Morning Call: pick of the papers

The ten must-read comment pieces from this morning's papers.

1. Stay in the EU. It’s clearly in our interests (Times)

Europe isn’t perfect but we would be wrong to leave the world’s biggest trading bloc, argues Alistair Darling.

2. We doctors worry about NHS failings, too (Daily Telegraph)

Hospital A&Es are at breaking point, and it’s no use blaming the patients, says Sarah Wollaston.

3. The time for a British decision is now (Financial Times)

It is doubtful London could remain the continent’s financial capital if the UK quit the EU, writes Martin Wolf.

4. Labour must stand firm: no to a referendum on Europe (Guardian)

Out-of-office Tories have Cameron in a corner, writes Polly Toynbee. But Miliband should ignore calls to hold a futile and distracting in-out vote.

5. Our universities should take a lesson from the land of the free (Daily Telegraph)

Britain and the US have chosen two very different models for funding universities – and it’s clear which is winning, says Fraser Nelson.

6. Despite the cynics, don’t give up on politics (Times)

Alan Johnson’s memoir of childhood poverty is a reminder that our leaders are not all from an out-of-touch elite, says Philip Collins.

7. The new Archbishop should stop this gesture politics (Independent)

Justin Welby should seize the opportunity to totally reshape the role of bishops in the House of Lords, says Frank Field. 

8. Probation cannot be solved by a minister in a hurry (Guardian)

Reforming probation is too important to be jeopardised by a rush to results for partisan political purposes, says a Guardian editorial.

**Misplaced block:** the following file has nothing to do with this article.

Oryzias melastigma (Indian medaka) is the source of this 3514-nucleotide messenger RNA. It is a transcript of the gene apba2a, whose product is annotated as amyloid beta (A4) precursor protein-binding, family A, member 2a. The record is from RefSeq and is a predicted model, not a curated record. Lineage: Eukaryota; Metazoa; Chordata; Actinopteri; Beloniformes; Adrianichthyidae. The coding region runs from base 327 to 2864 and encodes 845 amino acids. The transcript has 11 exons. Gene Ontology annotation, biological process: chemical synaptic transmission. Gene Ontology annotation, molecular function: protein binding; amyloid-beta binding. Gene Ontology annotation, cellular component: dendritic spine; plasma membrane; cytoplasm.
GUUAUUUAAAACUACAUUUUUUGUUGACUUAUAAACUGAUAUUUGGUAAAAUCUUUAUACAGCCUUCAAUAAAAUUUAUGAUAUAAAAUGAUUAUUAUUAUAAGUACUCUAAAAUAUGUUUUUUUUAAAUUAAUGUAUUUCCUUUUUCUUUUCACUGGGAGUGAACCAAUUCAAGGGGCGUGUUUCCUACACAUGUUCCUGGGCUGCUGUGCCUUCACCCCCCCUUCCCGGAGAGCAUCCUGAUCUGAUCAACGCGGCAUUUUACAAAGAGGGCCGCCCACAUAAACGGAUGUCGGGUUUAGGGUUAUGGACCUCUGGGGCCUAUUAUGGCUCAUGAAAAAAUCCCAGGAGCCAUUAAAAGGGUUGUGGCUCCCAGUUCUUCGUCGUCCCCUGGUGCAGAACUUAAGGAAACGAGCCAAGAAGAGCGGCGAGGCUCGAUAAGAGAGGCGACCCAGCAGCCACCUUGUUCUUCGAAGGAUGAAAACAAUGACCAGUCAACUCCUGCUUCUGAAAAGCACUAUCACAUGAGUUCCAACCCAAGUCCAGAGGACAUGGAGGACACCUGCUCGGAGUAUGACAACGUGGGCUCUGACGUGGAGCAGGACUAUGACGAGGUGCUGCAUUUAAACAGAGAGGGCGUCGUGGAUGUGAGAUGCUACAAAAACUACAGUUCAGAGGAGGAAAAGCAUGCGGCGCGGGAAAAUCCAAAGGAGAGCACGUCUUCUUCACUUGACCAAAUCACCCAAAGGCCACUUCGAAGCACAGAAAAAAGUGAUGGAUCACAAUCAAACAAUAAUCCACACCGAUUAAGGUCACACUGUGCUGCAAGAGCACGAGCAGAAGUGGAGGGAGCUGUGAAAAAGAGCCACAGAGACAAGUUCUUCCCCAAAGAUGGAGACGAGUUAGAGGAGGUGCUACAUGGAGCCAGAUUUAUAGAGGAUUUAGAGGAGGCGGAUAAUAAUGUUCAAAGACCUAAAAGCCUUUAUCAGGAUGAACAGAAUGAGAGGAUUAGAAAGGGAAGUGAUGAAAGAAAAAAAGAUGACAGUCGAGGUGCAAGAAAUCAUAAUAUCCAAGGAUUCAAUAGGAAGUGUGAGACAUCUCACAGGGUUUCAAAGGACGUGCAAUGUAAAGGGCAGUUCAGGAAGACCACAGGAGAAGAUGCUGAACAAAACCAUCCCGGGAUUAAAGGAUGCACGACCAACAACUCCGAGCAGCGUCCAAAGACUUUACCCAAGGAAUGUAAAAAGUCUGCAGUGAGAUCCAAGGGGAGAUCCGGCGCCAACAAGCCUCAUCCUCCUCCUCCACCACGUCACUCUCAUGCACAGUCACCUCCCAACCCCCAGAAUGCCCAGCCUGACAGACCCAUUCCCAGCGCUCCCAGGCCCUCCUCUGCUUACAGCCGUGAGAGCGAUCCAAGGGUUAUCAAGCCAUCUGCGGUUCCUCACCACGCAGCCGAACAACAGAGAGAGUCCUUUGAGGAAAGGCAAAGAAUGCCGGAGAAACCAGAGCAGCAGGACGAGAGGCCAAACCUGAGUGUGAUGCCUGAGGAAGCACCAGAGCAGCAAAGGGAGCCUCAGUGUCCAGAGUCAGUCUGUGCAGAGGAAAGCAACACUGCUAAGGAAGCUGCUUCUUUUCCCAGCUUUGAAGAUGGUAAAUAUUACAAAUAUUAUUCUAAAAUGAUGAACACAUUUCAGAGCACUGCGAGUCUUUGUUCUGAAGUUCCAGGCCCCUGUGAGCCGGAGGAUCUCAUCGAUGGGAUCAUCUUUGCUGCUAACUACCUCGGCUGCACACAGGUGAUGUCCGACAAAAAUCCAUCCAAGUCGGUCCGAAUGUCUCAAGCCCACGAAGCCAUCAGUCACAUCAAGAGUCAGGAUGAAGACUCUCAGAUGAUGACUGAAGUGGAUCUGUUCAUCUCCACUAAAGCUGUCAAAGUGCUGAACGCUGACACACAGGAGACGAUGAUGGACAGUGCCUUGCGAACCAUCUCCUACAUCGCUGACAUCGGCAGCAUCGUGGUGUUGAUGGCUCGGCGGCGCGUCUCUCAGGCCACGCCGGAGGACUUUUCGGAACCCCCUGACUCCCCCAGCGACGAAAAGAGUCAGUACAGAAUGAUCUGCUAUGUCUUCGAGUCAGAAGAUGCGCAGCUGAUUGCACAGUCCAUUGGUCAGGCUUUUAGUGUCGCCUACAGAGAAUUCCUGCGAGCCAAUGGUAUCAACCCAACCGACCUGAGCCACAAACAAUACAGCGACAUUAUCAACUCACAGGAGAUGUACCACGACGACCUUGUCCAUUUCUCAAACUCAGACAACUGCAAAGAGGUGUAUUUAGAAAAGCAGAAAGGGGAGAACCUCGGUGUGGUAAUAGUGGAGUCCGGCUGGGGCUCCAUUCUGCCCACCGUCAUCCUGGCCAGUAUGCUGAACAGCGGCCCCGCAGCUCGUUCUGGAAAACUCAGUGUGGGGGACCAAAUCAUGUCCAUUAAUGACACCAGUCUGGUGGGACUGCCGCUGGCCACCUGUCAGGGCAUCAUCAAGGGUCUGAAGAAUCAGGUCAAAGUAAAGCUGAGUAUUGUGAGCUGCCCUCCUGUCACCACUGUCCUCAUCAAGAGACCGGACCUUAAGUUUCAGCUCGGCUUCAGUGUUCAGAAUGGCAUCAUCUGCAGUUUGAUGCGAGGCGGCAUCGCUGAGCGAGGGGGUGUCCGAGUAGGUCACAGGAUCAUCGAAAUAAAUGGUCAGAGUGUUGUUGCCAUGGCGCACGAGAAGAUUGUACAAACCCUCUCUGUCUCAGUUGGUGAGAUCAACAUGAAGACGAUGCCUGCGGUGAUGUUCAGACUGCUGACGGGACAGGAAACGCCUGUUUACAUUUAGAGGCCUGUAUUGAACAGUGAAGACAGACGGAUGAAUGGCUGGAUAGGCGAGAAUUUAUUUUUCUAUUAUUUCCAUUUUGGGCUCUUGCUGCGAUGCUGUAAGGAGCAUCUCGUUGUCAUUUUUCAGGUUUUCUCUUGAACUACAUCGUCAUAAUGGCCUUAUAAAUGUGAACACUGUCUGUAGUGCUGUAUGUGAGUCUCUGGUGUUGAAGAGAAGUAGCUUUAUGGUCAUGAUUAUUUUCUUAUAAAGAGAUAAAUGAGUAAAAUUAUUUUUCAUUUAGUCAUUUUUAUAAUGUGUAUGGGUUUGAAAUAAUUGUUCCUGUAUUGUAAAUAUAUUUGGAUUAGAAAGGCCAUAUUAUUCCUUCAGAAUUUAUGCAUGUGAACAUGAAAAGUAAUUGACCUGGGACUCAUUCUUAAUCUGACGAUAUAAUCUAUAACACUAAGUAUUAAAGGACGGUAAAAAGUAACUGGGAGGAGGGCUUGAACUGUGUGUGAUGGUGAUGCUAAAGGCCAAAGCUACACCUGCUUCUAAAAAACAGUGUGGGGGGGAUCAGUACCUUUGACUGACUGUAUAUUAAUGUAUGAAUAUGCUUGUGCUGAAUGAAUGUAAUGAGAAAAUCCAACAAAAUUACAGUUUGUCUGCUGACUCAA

9. George Osborne's hair of the dog that bit us (Daily Telegraph)

The Chancellor wants a mini-boom to restore growth, but that’s what got us into this mess, writes Jeremy Warner. 

10. Alex Ferguson's hairdryer treatment won't cut it in politics (Guardian)

The Manchester United boss has been wildly lauded for his success on the pitch, writes Simon Jenkins. Those who govern us don't have it so easy.

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Quiz: Can you identify fake news?

The furore around "fake" news shows no sign of abating. Can you spot what's real and what's not?

Hillary Clinton has spoken out today to warn about the fake news epidemic sweeping the world. Clinton went as far as to say that "lives are at risk" from fake news, the day after Pope Francis compared reading fake news to eating poop. (Side note: with real news like that, who needs the fake stuff?)

The sweeping distrust in fake news has caused some confusion, however, as many are unsure about how to actually tell the reals and the fakes apart. Short from seeing whether the logo will scratch off and asking the man from the market where he got it from, how can you really identify fake news? Take our test to see whether you have all the answers.

 

 

In all seriousness, many claim that identifying fake news is a simple matter of checking the source and disbelieving anything "too good to be true". Unfortunately, however, fake news outlets post real stories too, and real news outlets often slip up and publish the fakes. Use fact-checking websites like Snopes to really get to the bottom of a story, and always do a quick Google before you share anything. 

Amelia Tait is a technology and digital culture writer at the New Statesman.